Robotics: There’s no arguing that robots are cool. While most of us are familiar with those that perform behind the scenes – packing and assembling our products in warehouses – more and more retailers are bringing their robots to the main floor. Both Target, Giant and Walmart, for example, has deployed robots to move through the aisles and use cameras to identify issues with product labels on shelves. Lowe’s home improvement stores have rolled out a fleet of “Lowebots” in the Bay area, tasked with helping customers locate products and keeping tabs on inventory levels. In Japan, Nestle has deployed over one thousand robots named Pepper at its Nescafe stores to sell coffee pods and machines as well as respond to customer queries.[2]


AR/VR: Augmented Reality and Virtual Reality technology are becoming more commonplace in retail stores, with Goldman Sachs forecasting that the market for AR and VR in retail will reach $1.6 billion by 2025! According to a 2016 study, 61% of consumers prefer retailers that offer AR experiences, and 40% of them would pay more for a product if they have the chance to experience it through AR. Cosmetics brand Charlotte Tilbury has installed “magic mirrors” at the beauty counter, scanning images of a shopper’s face and revealing a dozen makeup looks without the customer needing to apply any makeup! Timberland has similarly deployed virtual fitting rooms at select locations. When customers stand in front of the screen, they can see a virtual version of themselves which they can outfit with different items from the store. Luxury apparel brand Karen Millen opened a virtual flagship – modeled after its London store – to allow customers to browse and shop 24/7 thanks to high-res panoramic photography and software adapted from 3D mapping and architecture.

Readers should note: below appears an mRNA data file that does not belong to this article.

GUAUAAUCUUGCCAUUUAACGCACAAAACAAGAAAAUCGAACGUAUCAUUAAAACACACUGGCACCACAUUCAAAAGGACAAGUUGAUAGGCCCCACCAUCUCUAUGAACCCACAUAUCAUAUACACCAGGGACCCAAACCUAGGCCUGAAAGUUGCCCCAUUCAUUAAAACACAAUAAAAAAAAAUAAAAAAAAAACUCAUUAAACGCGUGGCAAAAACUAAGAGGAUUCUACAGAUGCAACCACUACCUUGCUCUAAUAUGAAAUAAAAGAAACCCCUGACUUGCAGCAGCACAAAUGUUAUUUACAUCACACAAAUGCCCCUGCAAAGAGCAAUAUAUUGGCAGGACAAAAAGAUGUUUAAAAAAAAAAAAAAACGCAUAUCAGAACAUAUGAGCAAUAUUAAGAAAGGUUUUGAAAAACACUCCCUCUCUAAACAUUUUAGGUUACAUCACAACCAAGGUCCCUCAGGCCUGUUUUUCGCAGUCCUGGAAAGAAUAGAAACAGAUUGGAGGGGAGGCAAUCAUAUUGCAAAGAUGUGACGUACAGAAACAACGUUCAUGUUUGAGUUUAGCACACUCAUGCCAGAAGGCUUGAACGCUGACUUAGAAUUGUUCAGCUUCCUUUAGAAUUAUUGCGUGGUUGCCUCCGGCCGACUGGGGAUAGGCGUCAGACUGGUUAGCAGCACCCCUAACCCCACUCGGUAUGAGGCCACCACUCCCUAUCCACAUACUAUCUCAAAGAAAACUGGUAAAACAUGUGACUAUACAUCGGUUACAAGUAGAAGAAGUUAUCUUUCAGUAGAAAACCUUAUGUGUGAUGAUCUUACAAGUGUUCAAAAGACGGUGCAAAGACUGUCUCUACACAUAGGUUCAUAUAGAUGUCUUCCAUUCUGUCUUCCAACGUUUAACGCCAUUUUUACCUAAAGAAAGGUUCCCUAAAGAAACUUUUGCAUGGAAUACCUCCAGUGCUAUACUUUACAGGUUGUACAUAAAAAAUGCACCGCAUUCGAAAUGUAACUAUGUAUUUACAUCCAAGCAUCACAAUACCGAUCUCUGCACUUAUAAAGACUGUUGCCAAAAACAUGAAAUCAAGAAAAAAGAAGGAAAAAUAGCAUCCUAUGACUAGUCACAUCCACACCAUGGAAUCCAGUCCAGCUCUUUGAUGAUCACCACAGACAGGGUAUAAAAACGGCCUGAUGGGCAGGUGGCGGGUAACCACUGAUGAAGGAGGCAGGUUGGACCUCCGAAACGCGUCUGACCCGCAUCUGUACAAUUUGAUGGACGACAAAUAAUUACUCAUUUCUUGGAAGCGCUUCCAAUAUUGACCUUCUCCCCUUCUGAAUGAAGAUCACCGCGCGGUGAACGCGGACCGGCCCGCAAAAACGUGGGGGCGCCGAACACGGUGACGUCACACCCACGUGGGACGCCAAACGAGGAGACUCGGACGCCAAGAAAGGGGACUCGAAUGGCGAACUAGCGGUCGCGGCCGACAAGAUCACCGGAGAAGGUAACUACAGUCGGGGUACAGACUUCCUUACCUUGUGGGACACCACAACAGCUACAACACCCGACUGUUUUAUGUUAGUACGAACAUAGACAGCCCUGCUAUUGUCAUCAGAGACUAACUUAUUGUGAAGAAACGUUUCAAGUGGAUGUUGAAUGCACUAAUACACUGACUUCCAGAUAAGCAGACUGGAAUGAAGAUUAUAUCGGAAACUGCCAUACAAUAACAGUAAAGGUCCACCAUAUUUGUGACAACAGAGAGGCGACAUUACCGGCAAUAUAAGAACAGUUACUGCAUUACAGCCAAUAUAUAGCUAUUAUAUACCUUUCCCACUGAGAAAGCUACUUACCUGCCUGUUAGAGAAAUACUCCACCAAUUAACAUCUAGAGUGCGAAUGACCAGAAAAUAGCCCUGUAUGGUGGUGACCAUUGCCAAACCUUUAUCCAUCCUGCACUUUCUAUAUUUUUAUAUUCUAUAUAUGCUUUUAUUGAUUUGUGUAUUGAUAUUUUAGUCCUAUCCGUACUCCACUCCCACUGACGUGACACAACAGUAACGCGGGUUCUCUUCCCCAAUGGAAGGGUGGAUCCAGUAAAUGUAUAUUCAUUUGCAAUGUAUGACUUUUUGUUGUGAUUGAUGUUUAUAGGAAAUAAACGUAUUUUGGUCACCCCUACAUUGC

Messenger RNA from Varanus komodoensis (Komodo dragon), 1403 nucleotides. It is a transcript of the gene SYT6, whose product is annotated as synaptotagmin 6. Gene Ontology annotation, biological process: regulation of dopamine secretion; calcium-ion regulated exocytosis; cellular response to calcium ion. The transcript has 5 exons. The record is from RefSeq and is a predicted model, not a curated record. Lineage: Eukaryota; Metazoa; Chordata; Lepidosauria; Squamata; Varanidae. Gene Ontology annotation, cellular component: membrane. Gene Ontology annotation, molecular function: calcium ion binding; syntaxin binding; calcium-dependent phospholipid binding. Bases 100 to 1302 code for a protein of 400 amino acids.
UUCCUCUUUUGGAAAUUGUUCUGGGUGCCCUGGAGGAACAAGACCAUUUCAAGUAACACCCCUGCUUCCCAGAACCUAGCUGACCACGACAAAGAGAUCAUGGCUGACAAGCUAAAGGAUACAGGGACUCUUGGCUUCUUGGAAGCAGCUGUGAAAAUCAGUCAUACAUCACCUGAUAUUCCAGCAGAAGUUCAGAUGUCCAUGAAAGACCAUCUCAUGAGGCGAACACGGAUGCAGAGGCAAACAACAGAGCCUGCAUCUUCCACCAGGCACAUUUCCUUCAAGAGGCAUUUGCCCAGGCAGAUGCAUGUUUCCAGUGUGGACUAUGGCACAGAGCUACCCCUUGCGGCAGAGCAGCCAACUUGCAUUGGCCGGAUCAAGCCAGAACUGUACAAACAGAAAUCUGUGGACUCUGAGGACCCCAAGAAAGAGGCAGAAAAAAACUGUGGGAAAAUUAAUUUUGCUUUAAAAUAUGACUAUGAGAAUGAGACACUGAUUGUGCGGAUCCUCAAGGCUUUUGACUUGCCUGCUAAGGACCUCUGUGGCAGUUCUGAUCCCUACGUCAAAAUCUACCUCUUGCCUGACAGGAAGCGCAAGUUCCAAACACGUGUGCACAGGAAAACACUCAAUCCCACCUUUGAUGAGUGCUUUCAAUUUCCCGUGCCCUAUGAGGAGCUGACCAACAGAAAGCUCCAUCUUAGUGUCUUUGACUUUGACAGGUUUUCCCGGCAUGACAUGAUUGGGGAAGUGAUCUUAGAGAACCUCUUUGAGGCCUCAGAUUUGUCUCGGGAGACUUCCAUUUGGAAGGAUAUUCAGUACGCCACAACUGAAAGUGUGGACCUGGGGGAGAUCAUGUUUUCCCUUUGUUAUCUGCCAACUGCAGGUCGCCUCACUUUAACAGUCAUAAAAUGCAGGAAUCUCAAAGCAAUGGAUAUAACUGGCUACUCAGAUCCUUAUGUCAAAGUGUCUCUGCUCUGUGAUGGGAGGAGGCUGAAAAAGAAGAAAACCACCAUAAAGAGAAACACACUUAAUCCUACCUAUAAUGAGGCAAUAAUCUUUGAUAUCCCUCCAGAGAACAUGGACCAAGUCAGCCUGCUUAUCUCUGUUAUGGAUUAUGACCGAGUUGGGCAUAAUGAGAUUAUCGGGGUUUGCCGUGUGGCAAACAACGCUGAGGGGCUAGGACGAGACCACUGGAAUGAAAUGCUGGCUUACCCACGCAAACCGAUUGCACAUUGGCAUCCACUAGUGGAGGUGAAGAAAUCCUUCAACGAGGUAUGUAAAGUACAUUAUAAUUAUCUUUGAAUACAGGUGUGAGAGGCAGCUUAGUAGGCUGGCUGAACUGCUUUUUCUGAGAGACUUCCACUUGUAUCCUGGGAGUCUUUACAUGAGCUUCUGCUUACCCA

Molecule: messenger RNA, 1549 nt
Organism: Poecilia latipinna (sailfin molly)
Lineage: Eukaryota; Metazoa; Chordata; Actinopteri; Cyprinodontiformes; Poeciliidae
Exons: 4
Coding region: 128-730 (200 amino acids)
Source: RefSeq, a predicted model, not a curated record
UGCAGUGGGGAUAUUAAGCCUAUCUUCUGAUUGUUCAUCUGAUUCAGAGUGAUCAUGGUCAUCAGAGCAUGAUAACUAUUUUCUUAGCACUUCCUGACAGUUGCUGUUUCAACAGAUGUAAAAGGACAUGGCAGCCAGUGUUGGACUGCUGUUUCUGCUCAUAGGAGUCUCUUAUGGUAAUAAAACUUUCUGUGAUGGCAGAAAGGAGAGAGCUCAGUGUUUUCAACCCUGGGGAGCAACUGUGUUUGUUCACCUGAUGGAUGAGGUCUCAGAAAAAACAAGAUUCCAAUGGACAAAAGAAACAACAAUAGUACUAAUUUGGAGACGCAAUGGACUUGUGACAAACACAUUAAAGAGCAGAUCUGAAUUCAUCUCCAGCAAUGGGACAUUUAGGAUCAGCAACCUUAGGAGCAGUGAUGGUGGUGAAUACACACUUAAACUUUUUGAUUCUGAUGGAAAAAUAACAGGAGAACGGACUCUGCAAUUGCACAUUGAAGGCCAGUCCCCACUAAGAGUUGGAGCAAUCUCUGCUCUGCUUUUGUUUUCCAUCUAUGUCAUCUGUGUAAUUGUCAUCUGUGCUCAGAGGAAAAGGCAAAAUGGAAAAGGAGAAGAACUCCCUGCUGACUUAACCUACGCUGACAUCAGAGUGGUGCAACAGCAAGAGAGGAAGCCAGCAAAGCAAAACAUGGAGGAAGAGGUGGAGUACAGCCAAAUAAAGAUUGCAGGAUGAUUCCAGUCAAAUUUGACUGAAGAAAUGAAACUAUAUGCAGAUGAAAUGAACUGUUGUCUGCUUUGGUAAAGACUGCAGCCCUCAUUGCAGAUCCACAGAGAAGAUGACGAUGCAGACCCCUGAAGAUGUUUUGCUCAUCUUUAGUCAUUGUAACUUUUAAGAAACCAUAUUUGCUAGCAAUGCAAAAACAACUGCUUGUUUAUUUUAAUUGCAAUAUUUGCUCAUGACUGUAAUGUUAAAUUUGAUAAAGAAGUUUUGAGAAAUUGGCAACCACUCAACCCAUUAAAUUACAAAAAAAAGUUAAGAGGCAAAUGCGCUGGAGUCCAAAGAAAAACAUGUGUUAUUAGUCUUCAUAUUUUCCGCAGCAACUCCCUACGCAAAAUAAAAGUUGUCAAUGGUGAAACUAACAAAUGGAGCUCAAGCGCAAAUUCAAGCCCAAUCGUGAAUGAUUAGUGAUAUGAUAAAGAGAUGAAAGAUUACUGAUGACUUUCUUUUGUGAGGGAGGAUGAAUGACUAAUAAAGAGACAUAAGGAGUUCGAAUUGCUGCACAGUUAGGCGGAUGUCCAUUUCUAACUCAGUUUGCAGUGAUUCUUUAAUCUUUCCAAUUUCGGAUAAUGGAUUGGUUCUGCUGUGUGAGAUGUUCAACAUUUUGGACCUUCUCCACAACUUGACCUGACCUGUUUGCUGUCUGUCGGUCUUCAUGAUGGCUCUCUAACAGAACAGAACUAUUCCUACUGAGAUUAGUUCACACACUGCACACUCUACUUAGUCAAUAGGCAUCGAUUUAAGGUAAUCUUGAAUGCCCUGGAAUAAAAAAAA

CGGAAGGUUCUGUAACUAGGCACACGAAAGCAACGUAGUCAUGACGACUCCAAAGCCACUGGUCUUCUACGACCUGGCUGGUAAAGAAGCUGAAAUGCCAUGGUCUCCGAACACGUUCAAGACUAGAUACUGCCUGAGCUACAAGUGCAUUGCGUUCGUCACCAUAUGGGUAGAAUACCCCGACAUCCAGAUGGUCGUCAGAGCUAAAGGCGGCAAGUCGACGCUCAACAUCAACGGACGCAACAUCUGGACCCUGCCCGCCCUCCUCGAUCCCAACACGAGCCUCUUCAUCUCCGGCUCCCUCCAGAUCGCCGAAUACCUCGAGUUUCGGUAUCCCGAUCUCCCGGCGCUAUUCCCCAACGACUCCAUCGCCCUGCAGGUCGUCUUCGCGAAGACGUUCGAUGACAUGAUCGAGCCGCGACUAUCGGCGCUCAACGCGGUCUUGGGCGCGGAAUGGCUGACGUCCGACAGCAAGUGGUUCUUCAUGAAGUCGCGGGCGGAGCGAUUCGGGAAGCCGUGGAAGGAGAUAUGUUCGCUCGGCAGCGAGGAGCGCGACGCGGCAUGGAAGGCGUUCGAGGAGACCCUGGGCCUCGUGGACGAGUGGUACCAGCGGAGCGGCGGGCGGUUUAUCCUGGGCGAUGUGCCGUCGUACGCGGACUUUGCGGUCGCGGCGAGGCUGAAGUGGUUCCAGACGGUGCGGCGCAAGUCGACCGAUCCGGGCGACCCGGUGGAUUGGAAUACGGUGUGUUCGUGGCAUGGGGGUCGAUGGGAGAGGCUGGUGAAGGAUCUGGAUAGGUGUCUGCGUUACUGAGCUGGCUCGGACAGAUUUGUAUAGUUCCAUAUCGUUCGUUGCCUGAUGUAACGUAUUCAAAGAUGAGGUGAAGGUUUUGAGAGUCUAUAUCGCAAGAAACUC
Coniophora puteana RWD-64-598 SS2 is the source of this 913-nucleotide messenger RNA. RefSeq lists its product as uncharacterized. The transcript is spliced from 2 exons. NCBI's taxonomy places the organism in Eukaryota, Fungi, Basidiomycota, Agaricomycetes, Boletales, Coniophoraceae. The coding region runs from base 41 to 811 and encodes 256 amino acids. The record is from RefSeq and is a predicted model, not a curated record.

In a large global study released earlier this year, 70% of shoppers said that the most appealing retail stores had features that simplified and streamlined the shopping experience.